Galway-based FotoNation creates technology for cameras and mobile phones. It plans to set up an R&D centre here next year. Shane Fanning is its MD
Where is FotoNation’s technology used?
We are embedded with all of the top camera manufacturers. We also see camera phones as a huge market because the image quality is not great. We can use algorithms we’ve developed to improve things like red-eye and face tracking, but more importantly, new ideas like motion detection and correction.
FotoNation isn’t the first to do advanced image processing, so what makes you different?
If you look at the large camera companies, they have very big in-house R&D departments. We try to focus on the end user and get an application that is required, like red-eye removal, that really improves the user experience.
How does a small Irish firm do business with the likes of Canon, HP, Kodak, Nikon, Olympus and Sony?
Because we’re a small comp-any, we can source in a good value solution to them. Also, because we can source it in to many customers, we remove the need for each of them to have an R&D department working with red-eye or with face tracking. Most big companies will look to outsource if they can.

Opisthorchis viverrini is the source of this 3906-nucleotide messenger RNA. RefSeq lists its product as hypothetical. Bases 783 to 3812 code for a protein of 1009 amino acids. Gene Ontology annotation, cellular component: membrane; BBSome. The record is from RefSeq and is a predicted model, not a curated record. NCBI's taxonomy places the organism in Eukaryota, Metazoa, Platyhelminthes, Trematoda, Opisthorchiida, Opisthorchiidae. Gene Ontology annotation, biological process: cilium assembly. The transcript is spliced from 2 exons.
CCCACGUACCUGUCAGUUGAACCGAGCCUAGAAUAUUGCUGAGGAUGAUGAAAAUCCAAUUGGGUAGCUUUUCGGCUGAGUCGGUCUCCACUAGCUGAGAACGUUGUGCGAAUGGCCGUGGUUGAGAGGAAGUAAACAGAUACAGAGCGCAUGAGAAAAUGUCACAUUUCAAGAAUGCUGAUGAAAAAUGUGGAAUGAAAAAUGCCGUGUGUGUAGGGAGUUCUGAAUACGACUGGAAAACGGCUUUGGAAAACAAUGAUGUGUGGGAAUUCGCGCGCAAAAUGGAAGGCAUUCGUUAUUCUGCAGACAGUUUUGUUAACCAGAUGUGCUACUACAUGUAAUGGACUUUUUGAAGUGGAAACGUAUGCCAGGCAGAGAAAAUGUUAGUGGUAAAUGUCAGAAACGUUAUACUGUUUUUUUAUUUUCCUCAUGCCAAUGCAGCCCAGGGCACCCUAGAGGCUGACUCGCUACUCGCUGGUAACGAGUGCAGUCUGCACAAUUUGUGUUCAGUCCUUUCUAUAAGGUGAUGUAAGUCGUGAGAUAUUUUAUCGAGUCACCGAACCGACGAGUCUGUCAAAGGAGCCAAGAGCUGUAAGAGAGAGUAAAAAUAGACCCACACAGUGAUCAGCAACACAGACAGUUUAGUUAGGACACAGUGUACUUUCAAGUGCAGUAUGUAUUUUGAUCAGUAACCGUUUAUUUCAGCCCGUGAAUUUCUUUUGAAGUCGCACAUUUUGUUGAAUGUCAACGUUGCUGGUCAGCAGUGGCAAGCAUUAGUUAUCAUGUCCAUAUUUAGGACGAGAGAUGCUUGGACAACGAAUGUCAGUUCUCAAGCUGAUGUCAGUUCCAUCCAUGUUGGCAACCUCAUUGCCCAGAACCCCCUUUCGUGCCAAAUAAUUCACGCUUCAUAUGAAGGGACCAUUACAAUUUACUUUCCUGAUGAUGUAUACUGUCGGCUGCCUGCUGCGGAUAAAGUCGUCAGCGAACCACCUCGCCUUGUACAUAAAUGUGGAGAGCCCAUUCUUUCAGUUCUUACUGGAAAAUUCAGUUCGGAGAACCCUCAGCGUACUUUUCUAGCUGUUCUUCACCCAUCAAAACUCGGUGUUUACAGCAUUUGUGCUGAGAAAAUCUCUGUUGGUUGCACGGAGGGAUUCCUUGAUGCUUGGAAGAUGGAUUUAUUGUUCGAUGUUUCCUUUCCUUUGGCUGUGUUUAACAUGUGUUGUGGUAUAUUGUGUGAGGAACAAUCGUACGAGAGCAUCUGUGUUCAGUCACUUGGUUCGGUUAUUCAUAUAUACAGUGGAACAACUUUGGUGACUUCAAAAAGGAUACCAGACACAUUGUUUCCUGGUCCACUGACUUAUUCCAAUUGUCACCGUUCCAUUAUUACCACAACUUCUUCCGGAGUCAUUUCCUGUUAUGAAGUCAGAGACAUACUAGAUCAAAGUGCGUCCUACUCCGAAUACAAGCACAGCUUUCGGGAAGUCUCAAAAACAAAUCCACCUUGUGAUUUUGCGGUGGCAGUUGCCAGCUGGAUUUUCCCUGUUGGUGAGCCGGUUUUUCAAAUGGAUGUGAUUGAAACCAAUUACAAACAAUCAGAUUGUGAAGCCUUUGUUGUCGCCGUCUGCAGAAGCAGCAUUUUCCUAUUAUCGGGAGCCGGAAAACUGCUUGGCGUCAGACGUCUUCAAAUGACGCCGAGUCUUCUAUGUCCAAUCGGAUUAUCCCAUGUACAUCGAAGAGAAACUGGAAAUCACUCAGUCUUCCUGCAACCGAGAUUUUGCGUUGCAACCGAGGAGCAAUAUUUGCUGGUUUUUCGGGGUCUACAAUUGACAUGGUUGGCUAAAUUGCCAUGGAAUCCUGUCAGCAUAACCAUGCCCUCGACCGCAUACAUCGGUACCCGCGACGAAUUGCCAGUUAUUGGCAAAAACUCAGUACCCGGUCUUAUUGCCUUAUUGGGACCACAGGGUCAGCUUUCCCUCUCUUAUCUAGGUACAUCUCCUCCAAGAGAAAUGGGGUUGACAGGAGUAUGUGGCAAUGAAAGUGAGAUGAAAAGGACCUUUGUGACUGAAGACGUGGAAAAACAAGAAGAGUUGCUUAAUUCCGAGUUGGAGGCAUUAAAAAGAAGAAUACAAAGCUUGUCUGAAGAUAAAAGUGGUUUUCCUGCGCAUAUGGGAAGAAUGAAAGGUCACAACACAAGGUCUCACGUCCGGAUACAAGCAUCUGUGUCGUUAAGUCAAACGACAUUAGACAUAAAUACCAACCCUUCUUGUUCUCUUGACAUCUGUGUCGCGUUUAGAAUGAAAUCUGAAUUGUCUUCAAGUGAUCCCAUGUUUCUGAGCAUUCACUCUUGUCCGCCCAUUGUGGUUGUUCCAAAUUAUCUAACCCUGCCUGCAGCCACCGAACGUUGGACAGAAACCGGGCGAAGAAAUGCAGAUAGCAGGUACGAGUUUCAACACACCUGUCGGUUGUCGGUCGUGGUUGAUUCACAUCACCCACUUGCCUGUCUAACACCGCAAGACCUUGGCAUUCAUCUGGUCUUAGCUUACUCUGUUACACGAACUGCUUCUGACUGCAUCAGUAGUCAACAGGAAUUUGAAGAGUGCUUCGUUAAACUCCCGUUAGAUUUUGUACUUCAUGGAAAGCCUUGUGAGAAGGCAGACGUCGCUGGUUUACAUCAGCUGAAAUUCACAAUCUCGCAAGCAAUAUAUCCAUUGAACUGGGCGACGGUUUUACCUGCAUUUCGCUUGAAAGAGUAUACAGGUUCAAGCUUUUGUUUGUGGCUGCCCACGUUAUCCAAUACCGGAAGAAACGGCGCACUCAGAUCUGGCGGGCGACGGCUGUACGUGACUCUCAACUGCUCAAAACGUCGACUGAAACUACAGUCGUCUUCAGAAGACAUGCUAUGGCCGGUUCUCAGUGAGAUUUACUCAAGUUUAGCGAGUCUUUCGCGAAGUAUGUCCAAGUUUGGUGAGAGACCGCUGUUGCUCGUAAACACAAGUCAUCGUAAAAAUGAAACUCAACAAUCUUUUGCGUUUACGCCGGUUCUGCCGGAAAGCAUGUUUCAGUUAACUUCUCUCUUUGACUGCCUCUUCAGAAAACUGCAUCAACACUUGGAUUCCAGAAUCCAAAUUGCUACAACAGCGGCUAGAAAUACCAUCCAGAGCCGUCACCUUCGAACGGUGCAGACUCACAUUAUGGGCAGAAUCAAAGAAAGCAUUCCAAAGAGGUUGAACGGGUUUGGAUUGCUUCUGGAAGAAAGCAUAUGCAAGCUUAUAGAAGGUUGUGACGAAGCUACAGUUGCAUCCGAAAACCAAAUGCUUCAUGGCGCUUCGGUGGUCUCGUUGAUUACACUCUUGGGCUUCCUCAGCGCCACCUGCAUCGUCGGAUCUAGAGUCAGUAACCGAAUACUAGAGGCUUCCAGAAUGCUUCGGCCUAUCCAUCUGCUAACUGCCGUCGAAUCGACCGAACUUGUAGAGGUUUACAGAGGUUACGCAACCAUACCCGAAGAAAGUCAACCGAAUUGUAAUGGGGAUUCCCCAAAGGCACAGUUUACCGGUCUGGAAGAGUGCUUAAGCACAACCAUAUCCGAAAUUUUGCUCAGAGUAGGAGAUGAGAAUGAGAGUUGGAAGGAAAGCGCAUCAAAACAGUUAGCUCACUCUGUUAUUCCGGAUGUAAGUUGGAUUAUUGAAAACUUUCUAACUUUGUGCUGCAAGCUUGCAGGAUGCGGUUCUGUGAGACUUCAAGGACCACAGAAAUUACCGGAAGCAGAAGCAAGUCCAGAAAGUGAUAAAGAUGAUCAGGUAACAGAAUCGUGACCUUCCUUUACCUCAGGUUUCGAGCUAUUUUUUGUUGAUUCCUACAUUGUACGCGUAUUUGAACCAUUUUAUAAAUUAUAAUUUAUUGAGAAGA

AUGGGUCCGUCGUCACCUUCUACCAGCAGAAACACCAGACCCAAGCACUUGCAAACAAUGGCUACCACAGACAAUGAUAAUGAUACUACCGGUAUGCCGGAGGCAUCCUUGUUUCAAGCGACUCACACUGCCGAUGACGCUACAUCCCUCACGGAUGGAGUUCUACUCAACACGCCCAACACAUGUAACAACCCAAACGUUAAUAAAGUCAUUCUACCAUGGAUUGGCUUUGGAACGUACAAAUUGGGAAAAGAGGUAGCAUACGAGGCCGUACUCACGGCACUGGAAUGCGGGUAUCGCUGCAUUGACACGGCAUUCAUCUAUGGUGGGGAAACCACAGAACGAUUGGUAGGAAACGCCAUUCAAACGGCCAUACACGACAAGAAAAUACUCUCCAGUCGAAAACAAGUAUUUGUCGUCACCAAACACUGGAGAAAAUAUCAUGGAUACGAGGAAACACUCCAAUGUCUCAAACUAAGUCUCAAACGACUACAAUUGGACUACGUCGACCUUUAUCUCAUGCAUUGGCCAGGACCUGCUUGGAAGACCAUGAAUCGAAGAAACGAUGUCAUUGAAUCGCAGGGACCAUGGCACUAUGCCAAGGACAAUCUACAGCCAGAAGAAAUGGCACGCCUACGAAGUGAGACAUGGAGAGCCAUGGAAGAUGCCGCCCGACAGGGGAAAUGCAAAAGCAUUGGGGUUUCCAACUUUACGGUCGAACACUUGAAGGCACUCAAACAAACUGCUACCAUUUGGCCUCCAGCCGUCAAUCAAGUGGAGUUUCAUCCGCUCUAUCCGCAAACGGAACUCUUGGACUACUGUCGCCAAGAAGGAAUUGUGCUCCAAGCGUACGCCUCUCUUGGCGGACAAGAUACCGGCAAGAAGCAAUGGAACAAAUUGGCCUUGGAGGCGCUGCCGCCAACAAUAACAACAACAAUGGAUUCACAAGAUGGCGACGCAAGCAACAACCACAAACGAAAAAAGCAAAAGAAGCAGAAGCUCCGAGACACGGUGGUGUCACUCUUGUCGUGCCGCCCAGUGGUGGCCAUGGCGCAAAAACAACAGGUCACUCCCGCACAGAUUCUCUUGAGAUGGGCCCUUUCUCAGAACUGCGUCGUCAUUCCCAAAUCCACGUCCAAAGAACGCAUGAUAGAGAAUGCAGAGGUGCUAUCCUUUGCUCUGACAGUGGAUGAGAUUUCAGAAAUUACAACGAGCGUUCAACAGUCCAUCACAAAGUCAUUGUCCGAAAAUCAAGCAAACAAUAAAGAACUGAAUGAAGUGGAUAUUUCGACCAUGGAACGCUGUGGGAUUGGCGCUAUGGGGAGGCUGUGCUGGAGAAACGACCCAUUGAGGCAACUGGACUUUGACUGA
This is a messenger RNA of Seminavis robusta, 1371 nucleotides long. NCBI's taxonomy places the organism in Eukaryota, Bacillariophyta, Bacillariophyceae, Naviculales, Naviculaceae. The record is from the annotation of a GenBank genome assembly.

How focused is the company on research?
Almost 25pc of our employees are working on pure research. That’s really high. Most top technology companies invest 15, maybe 18pc; we’re quite a bit more.
How far advanced are your plans to establish a research centre in Ireland?
We’re working very closely with the IDA and with a number of the universities to progress it. We’d ideally like to see it start up this spring.
What advantages does developing intellectual property have over just manufacturing?
There’s a ‘stickiness’ to it which is very good for Ireland. You can have other IT jobs that can just be moved to low-cost countries very quickly.
But if you have very advanced individuals in the universities and research departments working on imaging, the technology could be re-used in the medical or biomedical sectors. There’s a longevity there that I like.
By Gordon Smith